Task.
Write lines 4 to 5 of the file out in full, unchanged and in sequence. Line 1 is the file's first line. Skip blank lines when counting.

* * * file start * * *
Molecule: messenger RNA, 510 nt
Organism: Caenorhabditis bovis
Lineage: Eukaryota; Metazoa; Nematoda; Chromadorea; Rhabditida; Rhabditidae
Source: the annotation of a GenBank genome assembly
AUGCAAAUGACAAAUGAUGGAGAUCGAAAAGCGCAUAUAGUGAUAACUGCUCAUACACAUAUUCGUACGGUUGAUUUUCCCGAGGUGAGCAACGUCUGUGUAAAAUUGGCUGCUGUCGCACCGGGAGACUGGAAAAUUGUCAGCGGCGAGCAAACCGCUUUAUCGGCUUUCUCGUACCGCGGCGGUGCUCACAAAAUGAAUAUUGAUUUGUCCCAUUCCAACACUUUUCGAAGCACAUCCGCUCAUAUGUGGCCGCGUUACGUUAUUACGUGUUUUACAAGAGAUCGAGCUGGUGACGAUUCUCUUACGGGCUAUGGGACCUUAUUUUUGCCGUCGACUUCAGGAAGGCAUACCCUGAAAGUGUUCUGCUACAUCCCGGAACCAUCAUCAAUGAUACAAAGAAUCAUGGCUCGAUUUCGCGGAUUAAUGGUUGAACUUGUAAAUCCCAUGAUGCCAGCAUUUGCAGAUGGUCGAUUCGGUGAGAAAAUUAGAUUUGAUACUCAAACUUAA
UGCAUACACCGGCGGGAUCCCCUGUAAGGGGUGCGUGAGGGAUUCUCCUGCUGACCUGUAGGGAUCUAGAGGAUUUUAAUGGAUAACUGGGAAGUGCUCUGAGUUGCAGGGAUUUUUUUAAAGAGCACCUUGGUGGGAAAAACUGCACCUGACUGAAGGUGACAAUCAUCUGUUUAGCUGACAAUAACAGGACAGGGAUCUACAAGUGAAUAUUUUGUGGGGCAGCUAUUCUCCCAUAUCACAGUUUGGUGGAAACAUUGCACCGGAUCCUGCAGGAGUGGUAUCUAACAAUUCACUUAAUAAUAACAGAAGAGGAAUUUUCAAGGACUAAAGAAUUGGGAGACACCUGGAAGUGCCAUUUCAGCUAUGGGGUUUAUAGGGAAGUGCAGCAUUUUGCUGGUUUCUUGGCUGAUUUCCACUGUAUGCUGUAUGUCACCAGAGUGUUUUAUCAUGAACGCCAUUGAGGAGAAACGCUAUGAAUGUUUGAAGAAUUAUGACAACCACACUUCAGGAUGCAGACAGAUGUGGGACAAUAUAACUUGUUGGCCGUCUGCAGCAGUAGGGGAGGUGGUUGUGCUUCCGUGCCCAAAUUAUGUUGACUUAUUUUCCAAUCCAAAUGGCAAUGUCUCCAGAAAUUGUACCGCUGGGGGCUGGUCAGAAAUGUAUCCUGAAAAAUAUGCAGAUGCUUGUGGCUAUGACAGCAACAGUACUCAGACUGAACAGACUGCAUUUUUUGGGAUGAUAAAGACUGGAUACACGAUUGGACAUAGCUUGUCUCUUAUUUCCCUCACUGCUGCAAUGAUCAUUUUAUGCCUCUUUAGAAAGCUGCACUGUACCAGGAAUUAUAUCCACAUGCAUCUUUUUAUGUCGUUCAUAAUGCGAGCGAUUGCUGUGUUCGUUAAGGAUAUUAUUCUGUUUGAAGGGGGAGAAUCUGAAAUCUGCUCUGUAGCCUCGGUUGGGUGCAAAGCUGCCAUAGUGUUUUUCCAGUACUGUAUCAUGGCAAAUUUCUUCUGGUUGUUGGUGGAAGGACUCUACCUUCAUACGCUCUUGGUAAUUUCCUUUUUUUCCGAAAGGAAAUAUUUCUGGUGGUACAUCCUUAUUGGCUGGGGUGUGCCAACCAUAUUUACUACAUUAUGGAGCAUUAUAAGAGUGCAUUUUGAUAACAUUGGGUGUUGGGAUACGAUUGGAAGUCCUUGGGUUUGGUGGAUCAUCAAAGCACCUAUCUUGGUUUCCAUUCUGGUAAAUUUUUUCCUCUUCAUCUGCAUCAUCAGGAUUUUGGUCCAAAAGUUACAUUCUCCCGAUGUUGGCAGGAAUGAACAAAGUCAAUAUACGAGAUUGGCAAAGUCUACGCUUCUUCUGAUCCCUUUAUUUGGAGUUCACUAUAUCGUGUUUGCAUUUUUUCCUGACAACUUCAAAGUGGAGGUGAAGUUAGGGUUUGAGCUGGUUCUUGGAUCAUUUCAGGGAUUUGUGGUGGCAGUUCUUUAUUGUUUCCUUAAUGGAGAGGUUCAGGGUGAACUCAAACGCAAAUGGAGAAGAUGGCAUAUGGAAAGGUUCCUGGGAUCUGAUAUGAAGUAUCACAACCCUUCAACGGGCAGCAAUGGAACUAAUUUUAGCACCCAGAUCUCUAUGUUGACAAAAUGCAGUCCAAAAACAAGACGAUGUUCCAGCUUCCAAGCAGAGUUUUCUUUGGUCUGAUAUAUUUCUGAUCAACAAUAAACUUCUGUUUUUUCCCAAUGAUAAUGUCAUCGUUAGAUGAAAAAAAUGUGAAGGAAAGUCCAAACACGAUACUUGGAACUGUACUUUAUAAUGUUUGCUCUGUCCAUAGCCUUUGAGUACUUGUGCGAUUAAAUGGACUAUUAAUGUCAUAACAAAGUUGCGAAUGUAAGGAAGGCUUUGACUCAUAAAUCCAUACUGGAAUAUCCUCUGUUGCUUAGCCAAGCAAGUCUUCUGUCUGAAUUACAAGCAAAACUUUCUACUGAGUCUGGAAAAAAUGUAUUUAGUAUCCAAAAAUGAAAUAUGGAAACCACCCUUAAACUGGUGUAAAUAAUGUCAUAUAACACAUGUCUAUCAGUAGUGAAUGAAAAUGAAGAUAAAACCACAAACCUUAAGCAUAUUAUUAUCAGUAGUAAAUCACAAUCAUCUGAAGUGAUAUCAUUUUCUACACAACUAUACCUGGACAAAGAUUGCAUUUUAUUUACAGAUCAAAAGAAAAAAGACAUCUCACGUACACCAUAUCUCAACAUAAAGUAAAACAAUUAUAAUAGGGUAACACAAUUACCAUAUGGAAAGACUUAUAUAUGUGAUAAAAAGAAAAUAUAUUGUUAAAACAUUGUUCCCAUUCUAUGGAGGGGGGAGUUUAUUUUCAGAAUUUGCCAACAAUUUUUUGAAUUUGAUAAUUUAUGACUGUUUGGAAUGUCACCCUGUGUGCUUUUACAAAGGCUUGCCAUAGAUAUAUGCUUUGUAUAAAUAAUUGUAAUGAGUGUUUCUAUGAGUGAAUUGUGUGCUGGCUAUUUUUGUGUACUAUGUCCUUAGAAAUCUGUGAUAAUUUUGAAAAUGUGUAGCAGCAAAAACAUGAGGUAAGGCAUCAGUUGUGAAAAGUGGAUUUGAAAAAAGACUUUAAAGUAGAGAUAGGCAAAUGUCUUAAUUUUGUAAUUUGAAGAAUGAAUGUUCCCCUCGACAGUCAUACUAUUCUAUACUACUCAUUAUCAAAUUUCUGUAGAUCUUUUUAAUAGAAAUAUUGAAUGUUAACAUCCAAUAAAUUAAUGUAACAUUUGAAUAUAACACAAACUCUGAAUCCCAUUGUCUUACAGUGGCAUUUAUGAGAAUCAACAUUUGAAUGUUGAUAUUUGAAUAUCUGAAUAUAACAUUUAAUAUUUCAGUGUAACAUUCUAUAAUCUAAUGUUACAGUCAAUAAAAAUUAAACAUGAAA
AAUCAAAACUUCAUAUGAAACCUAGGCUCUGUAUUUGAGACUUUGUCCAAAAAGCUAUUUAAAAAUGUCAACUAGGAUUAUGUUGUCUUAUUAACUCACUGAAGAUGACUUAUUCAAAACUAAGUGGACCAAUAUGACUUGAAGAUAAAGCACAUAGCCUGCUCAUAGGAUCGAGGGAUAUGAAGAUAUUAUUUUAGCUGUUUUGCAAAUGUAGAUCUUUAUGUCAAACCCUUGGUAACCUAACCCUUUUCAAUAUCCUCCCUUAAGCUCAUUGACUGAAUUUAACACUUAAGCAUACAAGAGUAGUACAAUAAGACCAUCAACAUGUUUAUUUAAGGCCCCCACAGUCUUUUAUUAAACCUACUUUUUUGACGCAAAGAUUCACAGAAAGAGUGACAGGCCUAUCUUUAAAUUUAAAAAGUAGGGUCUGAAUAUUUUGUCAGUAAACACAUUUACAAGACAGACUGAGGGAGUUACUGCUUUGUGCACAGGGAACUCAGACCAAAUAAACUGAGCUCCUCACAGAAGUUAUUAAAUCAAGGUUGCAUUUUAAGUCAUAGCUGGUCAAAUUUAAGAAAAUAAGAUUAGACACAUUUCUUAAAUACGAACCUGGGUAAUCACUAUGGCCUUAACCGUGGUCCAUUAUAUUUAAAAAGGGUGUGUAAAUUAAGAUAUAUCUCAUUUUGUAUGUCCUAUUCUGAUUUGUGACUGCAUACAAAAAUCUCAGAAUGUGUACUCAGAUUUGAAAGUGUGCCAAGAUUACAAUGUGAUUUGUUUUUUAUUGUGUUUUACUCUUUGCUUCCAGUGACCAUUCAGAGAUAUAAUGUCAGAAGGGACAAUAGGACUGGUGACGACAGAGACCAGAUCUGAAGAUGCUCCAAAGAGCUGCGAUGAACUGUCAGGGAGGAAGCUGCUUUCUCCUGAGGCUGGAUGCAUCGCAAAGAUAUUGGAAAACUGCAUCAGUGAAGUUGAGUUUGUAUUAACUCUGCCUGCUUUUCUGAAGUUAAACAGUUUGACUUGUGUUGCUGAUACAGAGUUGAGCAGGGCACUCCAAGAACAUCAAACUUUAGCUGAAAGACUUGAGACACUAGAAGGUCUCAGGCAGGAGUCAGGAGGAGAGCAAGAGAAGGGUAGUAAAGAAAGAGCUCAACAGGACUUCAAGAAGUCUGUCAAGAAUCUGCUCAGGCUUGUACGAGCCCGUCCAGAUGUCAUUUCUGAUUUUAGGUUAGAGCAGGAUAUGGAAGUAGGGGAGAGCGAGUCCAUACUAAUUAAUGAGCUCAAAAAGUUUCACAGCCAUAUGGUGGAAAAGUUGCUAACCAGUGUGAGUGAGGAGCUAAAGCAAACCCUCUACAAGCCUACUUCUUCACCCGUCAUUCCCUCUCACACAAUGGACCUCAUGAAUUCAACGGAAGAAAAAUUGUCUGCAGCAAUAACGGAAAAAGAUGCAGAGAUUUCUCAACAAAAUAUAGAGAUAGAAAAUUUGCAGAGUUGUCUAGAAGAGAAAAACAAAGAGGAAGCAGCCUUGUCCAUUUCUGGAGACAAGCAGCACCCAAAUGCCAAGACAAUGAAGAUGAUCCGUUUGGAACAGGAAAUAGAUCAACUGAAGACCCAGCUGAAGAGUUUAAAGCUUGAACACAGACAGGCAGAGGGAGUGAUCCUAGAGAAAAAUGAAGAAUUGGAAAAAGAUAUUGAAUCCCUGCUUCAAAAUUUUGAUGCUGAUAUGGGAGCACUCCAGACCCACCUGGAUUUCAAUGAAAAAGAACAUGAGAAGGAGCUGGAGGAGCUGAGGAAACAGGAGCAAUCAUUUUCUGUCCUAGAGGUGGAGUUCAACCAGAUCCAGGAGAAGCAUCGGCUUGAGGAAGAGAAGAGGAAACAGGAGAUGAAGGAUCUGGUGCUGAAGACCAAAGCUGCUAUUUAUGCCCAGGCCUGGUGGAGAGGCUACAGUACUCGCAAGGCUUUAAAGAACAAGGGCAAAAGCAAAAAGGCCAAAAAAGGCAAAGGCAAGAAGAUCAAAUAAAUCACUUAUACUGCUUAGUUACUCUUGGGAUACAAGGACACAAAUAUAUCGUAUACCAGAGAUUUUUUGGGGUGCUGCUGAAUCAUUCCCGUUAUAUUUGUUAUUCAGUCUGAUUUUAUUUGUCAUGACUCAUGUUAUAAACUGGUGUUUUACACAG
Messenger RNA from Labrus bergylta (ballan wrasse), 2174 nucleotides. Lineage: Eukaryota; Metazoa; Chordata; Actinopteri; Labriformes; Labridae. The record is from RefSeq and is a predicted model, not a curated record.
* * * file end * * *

Source: the annotation of a GenBank genome assembly
AUGCAAAUGACAAAUGAUGGAGAUCGAAAAGCGCAUAUAGUGAUAACUGCUCAUACACAUAUUCGUACGGUUGAUUUUCCCGAGGUGAGCAACGUCUGUGUAAAAUUGGCUGCUGUCGCACCGGGAGACUGGAAAAUUGUCAGCGGCGAGCAAACCGCUUUAUCGGCUUUCUCGUACCGCGGCGGUGCUCACAAAAUGAAUAUUGAUUUGUCCCAUUCCAACACUUUUCGAAGCACAUCCGCUCAUAUGUGGCCGCGUUACGUUAUUACGUGUUUUACAAGAGAUCGAGCUGGUGACGAUUCUCUUACGGGCUAUGGGACCUUAUUUUUGCCGUCGACUUCAGGAAGGCAUACCCUGAAAGUGUUCUGCUACAUCCCGGAACCAUCAUCAAUGAUACAAAGAAUCAUGGCUCGAUUUCGCGGAUUAAUGGUUGAACUUGUAAAUCCCAUGAUGCCAGCAUUUGCAGAUGGUCGAUUCGGUGAGAAAAUUAGAUUUGAUACUCAAACUUAA